My colleague and friend Dene Witten-baker is an expert addictions counsellor, who spends much of her time making people aware of their boundaries. One of her favourite expressions is “What’s mine and what’s somebody else’s” In other words are you minding your business or busying yourself with someone else’s?
Where do I stop and you begin, might be a question worthy of pondering.
How many times during a day do you get busy with something that is really none of your business?
Getting busy with others can be a way of avoiding looking at our own ‘stuff’. It saves us having to examine our own conflicts with self and others, it’s also a way of ‘projecting’ our less than perfect aspects out onto others.
In preparation for a talk I’m giving in the Autumn at Breeze yoga I’ve been revisiting the wisdom of my favourite ancient sage, Patanjali, who laid down a series of guidelines for one to live one’s life by. A set of precepts, that, if we could adhere to, would mean we would be living in a pretty cool society because we would be respectful and honest in our communications with others at all times.
One of Patanjali’s top tips is Satya, which roughly translated means, truth. Where possible, if we can stick to what we know to be the truth, we might feel more peace in our hearts and minds. So this rules out rumours, lies, deceit and exaggerations, because they HURT others.
I think if you asked most people, honestly, if they wanted to hurt anyone else the answer would be a resounding ‘NO’!
Many years ago Petra came to see me to learn to ‘cope’ with her fear of flying and panic attacks. When I asked why now, she told me she’d recently been on a plane journey back to England where she thought she was dying!
So certain were cabin crew that she’d suffered a heart attack, that an ambulance was waiting at the airport to take her to hospital.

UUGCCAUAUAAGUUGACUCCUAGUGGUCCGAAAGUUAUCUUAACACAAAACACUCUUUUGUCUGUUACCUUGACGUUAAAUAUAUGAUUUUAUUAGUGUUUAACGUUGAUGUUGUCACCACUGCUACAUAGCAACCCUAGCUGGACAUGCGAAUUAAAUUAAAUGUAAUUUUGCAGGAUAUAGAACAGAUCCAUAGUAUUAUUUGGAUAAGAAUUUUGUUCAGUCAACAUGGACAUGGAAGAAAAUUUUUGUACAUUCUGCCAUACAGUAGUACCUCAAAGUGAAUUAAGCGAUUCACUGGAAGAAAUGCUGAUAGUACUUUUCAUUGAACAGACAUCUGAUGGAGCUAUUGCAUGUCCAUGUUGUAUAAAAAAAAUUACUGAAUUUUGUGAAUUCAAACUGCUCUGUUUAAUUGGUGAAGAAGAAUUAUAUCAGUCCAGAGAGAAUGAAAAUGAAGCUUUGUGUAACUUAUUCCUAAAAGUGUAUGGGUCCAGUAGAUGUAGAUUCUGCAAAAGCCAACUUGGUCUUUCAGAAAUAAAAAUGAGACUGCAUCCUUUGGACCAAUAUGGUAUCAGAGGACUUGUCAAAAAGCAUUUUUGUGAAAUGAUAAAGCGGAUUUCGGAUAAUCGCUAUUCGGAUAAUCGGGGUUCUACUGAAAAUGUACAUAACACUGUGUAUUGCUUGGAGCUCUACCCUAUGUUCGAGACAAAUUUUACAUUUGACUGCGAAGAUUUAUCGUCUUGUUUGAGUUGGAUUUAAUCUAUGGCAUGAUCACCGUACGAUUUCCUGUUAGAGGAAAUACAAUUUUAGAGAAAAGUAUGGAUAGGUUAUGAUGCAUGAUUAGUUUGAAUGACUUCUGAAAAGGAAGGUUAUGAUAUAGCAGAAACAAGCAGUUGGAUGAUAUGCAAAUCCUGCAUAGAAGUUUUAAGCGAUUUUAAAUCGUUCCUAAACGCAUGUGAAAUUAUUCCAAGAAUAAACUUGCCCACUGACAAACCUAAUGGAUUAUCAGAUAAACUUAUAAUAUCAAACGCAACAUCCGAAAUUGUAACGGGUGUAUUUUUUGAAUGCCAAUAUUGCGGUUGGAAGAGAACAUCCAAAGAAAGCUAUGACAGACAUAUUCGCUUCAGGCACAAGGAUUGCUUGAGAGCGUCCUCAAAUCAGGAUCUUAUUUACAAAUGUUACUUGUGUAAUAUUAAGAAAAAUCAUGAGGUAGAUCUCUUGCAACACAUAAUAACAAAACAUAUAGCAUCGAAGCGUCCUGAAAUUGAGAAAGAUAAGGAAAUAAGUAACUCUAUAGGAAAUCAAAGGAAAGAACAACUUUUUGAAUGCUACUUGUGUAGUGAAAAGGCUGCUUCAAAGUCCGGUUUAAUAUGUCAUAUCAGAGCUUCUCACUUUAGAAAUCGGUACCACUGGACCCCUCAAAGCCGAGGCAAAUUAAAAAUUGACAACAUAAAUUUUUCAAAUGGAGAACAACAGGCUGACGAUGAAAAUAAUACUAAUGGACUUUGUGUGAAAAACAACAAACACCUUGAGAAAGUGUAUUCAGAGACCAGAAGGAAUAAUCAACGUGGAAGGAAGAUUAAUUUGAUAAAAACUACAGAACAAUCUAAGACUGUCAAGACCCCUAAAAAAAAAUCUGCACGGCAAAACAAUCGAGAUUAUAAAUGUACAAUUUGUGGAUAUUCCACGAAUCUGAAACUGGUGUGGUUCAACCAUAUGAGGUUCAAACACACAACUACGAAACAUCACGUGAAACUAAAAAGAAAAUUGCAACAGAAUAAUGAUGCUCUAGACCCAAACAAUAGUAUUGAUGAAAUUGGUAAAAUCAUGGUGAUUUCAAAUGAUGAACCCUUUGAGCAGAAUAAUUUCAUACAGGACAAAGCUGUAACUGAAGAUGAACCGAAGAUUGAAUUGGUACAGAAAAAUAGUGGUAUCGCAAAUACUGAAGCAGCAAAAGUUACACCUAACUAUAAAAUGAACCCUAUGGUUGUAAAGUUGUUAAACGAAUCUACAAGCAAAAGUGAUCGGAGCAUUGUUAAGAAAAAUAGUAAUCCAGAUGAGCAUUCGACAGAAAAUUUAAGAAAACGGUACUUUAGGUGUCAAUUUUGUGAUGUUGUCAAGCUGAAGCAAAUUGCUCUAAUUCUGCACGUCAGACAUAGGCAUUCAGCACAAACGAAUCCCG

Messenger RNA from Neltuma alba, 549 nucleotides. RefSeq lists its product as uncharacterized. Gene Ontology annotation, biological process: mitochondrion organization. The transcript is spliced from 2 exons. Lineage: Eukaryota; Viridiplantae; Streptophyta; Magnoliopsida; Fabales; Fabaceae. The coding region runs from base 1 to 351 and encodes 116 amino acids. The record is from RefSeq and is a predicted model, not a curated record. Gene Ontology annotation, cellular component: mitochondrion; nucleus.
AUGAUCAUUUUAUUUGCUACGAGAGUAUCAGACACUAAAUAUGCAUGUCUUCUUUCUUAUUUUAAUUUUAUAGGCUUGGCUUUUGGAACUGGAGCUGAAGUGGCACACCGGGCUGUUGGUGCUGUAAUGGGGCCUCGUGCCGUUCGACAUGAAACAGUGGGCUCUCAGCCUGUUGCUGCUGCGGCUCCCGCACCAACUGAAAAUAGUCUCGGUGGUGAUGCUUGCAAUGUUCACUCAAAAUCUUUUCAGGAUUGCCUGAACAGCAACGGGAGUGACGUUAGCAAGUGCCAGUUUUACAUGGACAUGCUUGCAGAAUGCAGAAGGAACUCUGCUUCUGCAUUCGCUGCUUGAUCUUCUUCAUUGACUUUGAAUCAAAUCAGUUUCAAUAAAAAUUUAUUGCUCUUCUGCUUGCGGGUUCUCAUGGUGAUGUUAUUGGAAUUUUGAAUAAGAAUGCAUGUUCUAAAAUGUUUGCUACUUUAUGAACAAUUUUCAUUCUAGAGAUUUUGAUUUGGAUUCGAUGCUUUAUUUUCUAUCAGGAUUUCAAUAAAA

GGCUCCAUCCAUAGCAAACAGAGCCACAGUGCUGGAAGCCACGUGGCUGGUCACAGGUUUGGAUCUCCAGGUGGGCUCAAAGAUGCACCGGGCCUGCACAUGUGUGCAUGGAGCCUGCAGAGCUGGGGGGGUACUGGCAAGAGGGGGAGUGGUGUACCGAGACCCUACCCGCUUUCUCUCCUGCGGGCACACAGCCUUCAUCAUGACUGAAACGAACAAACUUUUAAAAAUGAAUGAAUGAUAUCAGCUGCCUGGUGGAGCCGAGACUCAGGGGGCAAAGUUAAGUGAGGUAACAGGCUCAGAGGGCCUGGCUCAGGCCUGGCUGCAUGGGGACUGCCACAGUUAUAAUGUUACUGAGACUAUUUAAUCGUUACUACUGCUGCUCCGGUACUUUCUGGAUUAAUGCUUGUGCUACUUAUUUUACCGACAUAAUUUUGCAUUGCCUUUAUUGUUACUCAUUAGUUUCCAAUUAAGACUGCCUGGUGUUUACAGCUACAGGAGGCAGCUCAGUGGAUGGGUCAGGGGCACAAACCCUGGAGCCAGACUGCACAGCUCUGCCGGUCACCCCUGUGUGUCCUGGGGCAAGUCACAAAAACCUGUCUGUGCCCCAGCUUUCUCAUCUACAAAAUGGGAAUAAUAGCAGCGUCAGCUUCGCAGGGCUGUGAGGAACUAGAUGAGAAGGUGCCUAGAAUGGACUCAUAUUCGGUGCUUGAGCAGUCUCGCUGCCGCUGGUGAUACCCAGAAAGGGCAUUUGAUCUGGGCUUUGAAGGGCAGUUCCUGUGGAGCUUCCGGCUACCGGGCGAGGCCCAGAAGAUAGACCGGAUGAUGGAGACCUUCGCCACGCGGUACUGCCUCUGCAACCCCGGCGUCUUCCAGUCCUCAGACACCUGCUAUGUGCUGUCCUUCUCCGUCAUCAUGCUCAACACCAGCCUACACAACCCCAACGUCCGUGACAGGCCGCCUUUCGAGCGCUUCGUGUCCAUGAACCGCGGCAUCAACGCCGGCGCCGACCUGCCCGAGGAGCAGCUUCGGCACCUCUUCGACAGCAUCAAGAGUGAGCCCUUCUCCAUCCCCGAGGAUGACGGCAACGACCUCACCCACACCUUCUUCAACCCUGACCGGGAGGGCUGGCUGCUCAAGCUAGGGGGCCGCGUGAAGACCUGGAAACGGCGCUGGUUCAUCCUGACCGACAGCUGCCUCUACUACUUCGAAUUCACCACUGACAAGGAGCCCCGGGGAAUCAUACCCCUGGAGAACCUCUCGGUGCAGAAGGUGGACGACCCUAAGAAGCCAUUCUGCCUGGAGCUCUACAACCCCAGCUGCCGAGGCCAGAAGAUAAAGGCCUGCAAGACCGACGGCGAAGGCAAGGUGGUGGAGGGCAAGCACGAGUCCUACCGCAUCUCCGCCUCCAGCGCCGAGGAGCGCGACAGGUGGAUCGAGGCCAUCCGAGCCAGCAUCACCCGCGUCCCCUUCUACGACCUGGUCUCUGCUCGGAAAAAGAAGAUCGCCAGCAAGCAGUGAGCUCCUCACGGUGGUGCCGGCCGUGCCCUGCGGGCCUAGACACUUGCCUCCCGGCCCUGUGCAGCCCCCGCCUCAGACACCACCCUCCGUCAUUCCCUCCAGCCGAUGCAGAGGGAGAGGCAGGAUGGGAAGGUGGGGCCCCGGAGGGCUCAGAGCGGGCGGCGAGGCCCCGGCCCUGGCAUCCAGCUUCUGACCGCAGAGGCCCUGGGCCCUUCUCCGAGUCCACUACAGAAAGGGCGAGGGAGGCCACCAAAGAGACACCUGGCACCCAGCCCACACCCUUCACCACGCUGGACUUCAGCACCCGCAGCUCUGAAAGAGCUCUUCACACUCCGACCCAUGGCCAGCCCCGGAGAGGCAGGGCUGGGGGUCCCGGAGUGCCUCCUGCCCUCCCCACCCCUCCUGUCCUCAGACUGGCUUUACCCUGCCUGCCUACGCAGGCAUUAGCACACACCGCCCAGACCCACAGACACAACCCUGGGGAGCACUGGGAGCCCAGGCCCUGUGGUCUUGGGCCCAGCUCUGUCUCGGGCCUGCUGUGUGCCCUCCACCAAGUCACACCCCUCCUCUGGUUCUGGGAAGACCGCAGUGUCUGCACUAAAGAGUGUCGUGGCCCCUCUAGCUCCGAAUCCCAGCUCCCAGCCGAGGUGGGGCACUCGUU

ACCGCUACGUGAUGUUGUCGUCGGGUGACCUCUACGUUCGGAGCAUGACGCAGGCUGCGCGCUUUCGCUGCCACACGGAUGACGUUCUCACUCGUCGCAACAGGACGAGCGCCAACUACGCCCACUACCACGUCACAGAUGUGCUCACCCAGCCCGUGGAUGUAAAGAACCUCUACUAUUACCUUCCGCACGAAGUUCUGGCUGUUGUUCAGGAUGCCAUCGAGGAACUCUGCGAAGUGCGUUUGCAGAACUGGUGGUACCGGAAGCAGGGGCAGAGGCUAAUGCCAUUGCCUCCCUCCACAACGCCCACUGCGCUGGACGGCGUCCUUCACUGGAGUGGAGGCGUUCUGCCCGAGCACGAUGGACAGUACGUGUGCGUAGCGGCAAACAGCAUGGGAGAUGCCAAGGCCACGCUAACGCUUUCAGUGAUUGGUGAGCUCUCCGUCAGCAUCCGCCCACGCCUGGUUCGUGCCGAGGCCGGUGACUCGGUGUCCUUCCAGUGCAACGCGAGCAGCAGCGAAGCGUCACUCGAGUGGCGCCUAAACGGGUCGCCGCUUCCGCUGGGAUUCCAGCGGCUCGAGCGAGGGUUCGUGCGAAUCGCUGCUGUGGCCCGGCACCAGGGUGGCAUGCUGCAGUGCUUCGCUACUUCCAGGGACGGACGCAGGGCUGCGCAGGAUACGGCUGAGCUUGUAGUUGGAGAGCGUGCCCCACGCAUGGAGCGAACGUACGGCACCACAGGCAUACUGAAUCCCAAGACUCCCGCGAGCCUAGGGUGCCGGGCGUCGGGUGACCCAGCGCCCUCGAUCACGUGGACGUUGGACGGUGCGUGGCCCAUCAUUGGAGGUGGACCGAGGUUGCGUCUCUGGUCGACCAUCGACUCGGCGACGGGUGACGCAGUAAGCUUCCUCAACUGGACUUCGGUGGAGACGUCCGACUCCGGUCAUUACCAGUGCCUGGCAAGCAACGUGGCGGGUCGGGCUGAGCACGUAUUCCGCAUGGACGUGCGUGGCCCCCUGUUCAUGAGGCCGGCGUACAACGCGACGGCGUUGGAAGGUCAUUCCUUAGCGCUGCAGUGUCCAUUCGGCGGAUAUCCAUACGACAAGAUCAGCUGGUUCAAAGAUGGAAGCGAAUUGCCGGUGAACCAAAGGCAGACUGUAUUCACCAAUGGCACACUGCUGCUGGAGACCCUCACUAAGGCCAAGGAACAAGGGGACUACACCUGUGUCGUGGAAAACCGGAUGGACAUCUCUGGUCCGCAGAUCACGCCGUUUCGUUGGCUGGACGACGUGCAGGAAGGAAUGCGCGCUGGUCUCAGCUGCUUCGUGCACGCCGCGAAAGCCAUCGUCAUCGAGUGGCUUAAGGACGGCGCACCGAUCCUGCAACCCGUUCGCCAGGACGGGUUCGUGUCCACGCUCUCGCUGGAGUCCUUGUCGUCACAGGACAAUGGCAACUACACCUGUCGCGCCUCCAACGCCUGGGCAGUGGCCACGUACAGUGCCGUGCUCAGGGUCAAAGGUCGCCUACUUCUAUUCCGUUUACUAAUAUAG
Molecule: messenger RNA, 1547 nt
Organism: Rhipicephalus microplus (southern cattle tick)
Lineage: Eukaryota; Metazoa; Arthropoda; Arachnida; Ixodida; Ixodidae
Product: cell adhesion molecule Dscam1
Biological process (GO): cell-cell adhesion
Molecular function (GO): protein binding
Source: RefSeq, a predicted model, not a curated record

Petra told me she was discharged later that day and the Dr’s were extremely angry that it was just a panic attack and not a heart-attack! They felt their time had been wasted. She said she felt embarrassed and knew that it was time to do something about the anxiety that had been steadily getting worse.
That’s an example of how powerful anxiety can be. Anyone can suffer from anxiety for all kinds of reasons and at any stage of life.
In my experience there is no, oneunderlying reason and therefore no, one specific cure that fits all.
What I will say with total confidence is that panic and anxiety tend to be feelings, emotions, rather than thoughts and those feelings invariably live in the body not the mind.
Talking therapies are great for helping people to understand why they feel the way they do, but more often than not, the feelings remain to be ‘managed’ or ‘coped’ with.
It is my belief and professional experience that you do not have to live with such feelings. Feeling panic and anxiety is not a ‘natural’ way to be.
In treatment Petra discovered the root of her flying anxiety, stemmed from a childhood experience. Caught up on the top of a ‘Big Wheel’ at the funfair, her older brother thought it was great fun to rock the chair, which terrified 5 year old Petra, who thought she was going to die!
Obviously they got off of the ride and time moved on…